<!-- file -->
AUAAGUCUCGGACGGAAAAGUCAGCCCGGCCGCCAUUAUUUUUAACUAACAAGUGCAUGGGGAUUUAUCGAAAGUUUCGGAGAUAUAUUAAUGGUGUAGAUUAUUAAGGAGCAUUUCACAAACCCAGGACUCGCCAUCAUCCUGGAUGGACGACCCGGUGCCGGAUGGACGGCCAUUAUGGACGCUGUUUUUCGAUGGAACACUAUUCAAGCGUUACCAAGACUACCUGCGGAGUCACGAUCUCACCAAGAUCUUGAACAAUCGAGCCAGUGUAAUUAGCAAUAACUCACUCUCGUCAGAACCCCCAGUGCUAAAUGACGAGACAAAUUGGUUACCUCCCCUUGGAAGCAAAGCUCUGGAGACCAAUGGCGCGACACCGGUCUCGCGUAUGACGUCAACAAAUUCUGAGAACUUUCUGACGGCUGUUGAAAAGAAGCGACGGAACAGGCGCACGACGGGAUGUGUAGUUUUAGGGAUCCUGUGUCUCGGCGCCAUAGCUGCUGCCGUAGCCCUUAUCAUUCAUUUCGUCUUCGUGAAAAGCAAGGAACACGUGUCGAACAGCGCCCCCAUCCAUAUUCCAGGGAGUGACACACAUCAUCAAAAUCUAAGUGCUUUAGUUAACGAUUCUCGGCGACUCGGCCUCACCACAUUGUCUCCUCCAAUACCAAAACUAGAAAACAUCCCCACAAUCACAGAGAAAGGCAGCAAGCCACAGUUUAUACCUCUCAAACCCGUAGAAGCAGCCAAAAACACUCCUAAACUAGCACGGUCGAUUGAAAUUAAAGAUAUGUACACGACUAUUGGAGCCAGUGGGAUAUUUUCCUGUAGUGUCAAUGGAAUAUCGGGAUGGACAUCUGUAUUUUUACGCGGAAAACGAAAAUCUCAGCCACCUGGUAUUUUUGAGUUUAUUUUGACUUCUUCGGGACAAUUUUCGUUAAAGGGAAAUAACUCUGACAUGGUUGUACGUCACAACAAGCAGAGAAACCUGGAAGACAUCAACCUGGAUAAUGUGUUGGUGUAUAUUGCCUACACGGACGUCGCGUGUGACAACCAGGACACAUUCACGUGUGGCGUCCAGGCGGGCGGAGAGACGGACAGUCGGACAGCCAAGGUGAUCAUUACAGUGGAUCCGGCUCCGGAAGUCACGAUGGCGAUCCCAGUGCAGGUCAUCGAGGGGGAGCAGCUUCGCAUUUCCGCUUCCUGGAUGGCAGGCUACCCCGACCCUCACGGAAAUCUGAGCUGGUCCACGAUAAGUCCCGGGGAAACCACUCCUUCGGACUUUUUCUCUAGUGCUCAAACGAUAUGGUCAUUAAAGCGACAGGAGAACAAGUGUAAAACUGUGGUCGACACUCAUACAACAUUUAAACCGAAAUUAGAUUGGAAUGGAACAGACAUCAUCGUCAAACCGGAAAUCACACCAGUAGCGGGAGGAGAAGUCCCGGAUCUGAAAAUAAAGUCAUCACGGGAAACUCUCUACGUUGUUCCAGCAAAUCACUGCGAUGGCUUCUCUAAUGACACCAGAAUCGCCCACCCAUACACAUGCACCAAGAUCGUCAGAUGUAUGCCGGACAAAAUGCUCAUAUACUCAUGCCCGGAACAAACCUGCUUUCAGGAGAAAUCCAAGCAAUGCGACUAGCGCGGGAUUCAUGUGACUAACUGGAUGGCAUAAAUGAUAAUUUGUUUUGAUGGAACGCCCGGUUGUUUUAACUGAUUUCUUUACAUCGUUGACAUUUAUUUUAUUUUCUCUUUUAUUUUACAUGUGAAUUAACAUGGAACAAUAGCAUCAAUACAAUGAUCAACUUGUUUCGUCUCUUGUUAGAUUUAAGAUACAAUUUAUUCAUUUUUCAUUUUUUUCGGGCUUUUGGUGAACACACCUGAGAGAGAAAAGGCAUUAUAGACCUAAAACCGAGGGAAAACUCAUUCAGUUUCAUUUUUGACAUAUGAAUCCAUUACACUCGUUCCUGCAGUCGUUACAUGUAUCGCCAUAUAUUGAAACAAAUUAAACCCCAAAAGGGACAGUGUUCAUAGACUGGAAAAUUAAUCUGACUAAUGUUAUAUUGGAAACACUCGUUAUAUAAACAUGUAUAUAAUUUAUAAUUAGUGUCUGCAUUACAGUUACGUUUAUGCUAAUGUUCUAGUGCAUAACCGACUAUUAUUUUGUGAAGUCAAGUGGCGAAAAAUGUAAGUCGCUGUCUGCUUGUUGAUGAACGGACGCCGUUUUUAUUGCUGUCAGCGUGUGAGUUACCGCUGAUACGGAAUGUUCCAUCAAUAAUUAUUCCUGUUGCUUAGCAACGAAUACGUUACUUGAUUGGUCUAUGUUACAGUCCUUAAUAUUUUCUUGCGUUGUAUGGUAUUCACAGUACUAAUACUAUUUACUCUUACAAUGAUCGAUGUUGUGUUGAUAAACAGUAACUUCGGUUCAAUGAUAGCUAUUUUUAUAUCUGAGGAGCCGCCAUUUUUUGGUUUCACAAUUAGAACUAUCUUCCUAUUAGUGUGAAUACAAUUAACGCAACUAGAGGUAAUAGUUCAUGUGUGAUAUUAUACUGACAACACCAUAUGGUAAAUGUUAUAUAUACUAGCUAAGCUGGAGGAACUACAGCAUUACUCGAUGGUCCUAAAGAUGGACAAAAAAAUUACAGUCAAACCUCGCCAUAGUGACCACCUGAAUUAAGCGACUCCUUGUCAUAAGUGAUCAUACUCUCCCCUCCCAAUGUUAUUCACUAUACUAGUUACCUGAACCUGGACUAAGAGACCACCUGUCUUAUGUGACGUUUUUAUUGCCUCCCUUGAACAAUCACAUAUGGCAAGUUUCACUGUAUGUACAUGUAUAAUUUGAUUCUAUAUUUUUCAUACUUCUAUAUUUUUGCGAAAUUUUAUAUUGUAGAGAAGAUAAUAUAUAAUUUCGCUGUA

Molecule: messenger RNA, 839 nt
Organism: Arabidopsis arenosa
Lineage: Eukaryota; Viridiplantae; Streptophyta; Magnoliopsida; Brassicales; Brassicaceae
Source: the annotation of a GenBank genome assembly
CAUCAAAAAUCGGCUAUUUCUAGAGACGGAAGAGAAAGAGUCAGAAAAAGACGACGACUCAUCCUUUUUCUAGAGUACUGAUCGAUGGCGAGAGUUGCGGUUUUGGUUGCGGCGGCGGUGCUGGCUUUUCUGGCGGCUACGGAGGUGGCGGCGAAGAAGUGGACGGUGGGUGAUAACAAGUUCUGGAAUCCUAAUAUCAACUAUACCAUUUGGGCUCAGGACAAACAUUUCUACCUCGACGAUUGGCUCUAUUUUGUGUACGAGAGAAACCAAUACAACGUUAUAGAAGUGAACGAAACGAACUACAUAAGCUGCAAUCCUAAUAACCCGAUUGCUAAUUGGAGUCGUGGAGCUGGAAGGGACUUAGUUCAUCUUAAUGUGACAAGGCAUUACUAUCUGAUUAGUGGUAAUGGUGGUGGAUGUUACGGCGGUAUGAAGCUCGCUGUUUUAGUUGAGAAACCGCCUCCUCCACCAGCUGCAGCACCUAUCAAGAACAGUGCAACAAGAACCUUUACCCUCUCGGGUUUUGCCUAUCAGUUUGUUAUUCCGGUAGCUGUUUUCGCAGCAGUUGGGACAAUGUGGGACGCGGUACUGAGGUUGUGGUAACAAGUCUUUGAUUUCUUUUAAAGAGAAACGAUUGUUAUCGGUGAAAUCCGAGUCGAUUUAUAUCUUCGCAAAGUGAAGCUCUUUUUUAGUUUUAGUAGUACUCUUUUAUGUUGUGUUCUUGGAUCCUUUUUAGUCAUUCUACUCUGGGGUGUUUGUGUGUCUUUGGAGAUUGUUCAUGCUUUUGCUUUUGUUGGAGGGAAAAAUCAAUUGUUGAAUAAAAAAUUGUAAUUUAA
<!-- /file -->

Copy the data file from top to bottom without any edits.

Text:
AUAAGUCUCGGACGGAAAAGUCAGCCCGGCCGCCAUUAUUUUUAACUAACAAGUGCAUGGGGAUUUAUCGAAAGUUUCGGAGAUAUAUUAAUGGUGUAGAUUAUUAAGGAGCAUUUCACAAACCCAGGACUCGCCAUCAUCCUGGAUGGACGACCCGGUGCCGGAUGGACGGCCAUUAUGGACGCUGUUUUUCGAUGGAACACUAUUCAAGCGUUACCAAGACUACCUGCGGAGUCACGAUCUCACCAAGAUCUUGAACAAUCGAGCCAGUGUAAUUAGCAAUAACUCACUCUCGUCAGAACCCCCAGUGCUAAAUGACGAGACAAAUUGGUUACCUCCCCUUGGAAGCAAAGCUCUGGAGACCAAUGGCGCGACACCGGUCUCGCGUAUGACGUCAACAAAUUCUGAGAACUUUCUGACGGCUGUUGAAAAGAAGCGACGGAACAGGCGCACGACGGGAUGUGUAGUUUUAGGGAUCCUGUGUCUCGGCGCCAUAGCUGCUGCCGUAGCCCUUAUCAUUCAUUUCGUCUUCGUGAAAAGCAAGGAACACGUGUCGAACAGCGCCCCCAUCCAUAUUCCAGGGAGUGACACACAUCAUCAAAAUCUAAGUGCUUUAGUUAACGAUUCUCGGCGACUCGGCCUCACCACAUUGUCUCCUCCAAUACCAAAACUAGAAAACAUCCCCACAAUCACAGAGAAAGGCAGCAAGCCACAGUUUAUACCUCUCAAACCCGUAGAAGCAGCCAAAAACACUCCUAAACUAGCACGGUCGAUUGAAAUUAAAGAUAUGUACACGACUAUUGGAGCCAGUGGGAUAUUUUCCUGUAGUGUCAAUGGAAUAUCGGGAUGGACAUCUGUAUUUUUACGCGGAAAACGAAAAUCUCAGCCACCUGGUAUUUUUGAGUUUAUUUUGACUUCUUCGGGACAAUUUUCGUUAAAGGGAAAUAACUCUGACAUGGUUGUACGUCACAACAAGCAGAGAAACCUGGAAGACAUCAACCUGGAUAAUGUGUUGGUGUAUAUUGCCUACACGGACGUCGCGUGUGACAACCAGGACACAUUCACGUGUGGCGUCCAGGCGGGCGGAGAGACGGACAGUCGGACAGCCAAGGUGAUCAUUACAGUGGAUCCGGCUCCGGAAGUCACGAUGGCGAUCCCAGUGCAGGUCAUCGAGGGGGAGCAGCUUCGCAUUUCCGCUUCCUGGAUGGCAGGCUACCCCGACCCUCACGGAAAUCUGAGCUGGUCCACGAUAAGUCCCGGGGAAACCACUCCUUCGGACUUUUUCUCUAGUGCUCAAACGAUAUGGUCAUUAAAGCGACAGGAGAACAAGUGUAAAACUGUGGUCGACACUCAUACAACAUUUAAACCGAAAUUAGAUUGGAAUGGAACAGACAUCAUCGUCAAACCGGAAAUCACACCAGUAGCGGGAGGAGAAGUCCCGGAUCUGAAAAUAAAGUCAUCACGGGAAACUCUCUACGUUGUUCCAGCAAAUCACUGCGAUGGCUUCUCUAAUGACACCAGAAUCGCCCACCCAUACACAUGCACCAAGAUCGUCAGAUGUAUGCCGGACAAAAUGCUCAUAUACUCAUGCCCGGAACAAACCUGCUUUCAGGAGAAAUCCAAGCAAUGCGACUAGCGCGGGAUUCAUGUGACUAACUGGAUGGCAUAAAUGAUAAUUUGUUUUGAUGGAACGCCCGGUUGUUUUAACUGAUUUCUUUACAUCGUUGACAUUUAUUUUAUUUUCUCUUUUAUUUUACAUGUGAAUUAACAUGGAACAAUAGCAUCAAUACAAUGAUCAACUUGUUUCGUCUCUUGUUAGAUUUAAGAUACAAUUUAUUCAUUUUUCAUUUUUUUCGGGCUUUUGGUGAACACACCUGAGAGAGAAAAGGCAUUAUAGACCUAAAACCGAGGGAAAACUCAUUCAGUUUCAUUUUUGACAUAUGAAUCCAUUACACUCGUUCCUGCAGUCGUUACAUGUAUCGCCAUAUAUUGAAACAAAUUAAACCCCAAAAGGGACAGUGUUCAUAGACUGGAAAAUUAAUCUGACUAAUGUUAUAUUGGAAACACUCGUUAUAUAAACAUGUAUAUAAUUUAUAAUUAGUGUCUGCAUUACAGUUACGUUUAUGCUAAUGUUCUAGUGCAUAACCGACUAUUAUUUUGUGAAGUCAAGUGGCGAAAAAUGUAAGUCGCUGUCUGCUUGUUGAUGAACGGACGCCGUUUUUAUUGCUGUCAGCGUGUGAGUUACCGCUGAUACGGAAUGUUCCAUCAAUAAUUAUUCCUGUUGCUUAGCAACGAAUACGUUACUUGAUUGGUCUAUGUUACAGUCCUUAAUAUUUUCUUGCGUUGUAUGGUAUUCACAGUACUAAUACUAUUUACUCUUACAAUGAUCGAUGUUGUGUUGAUAAACAGUAACUUCGGUUCAAUGAUAGCUAUUUUUAUAUCUGAGGAGCCGCCAUUUUUUGGUUUCACAAUUAGAACUAUCUUCCUAUUAGUGUGAAUACAAUUAACGCAACUAGAGGUAAUAGUUCAUGUGUGAUAUUAUACUGACAACACCAUAUGGUAAAUGUUAUAUAUACUAGCUAAGCUGGAGGAACUACAGCAUUACUCGAUGGUCCUAAAGAUGGACAAAAAAAUUACAGUCAAACCUCGCCAUAGUGACCACCUGAAUUAAGCGACUCCUUGUCAUAAGUGAUCAUACUCUCCCCUCCCAAUGUUAUUCACUAUACUAGUUACCUGAACCUGGACUAAGAGACCACCUGUCUUAUGUGACGUUUUUAUUGCCUCCCUUGAACAAUCACAUAUGGCAAGUUUCACUGUAUGUACAUGUAUAAUUUGAUUCUAUAUUUUUCAUACUUCUAUAUUUUUGCGAAAUUUUAUAUUGUAGAGAAGAUAAUAUAUAAUUUCGCUGUA

Molecule: messenger RNA, 839 nt
Organism: Arabidopsis arenosa
Lineage: Eukaryota; Viridiplantae; Streptophyta; Magnoliopsida; Brassicales; Brassicaceae
Source: the annotation of a GenBank genome assembly
CAUCAAAAAUCGGCUAUUUCUAGAGACGGAAGAGAAAGAGUCAGAAAAAGACGACGACUCAUCCUUUUUCUAGAGUACUGAUCGAUGGCGAGAGUUGCGGUUUUGGUUGCGGCGGCGGUGCUGGCUUUUCUGGCGGCUACGGAGGUGGCGGCGAAGAAGUGGACGGUGGGUGAUAACAAGUUCUGGAAUCCUAAUAUCAACUAUACCAUUUGGGCUCAGGACAAACAUUUCUACCUCGACGAUUGGCUCUAUUUUGUGUACGAGAGAAACCAAUACAACGUUAUAGAAGUGAACGAAACGAACUACAUAAGCUGCAAUCCUAAUAACCCGAUUGCUAAUUGGAGUCGUGGAGCUGGAAGGGACUUAGUUCAUCUUAAUGUGACAAGGCAUUACUAUCUGAUUAGUGGUAAUGGUGGUGGAUGUUACGGCGGUAUGAAGCUCGCUGUUUUAGUUGAGAAACCGCCUCCUCCACCAGCUGCAGCACCUAUCAAGAACAGUGCAACAAGAACCUUUACCCUCUCGGGUUUUGCCUAUCAGUUUGUUAUUCCGGUAGCUGUUUUCGCAGCAGUUGGGACAAUGUGGGACGCGGUACUGAGGUUGUGGUAACAAGUCUUUGAUUUCUUUUAAAGAGAAACGAUUGUUAUCGGUGAAAUCCGAGUCGAUUUAUAUCUUCGCAAAGUGAAGCUCUUUUUUAGUUUUAGUAGUACUCUUUUAUGUUGUGUUCUUGGAUCCUUUUUAGUCAUUCUACUCUGGGGUGUUUGUGUGUCUUUGGAGAUUGUUCAUGCUUUUGCUUUUGUUGGAGGGAAAAAUCAAUUGUUGAAUAAAAAAUUGUAAUUUAA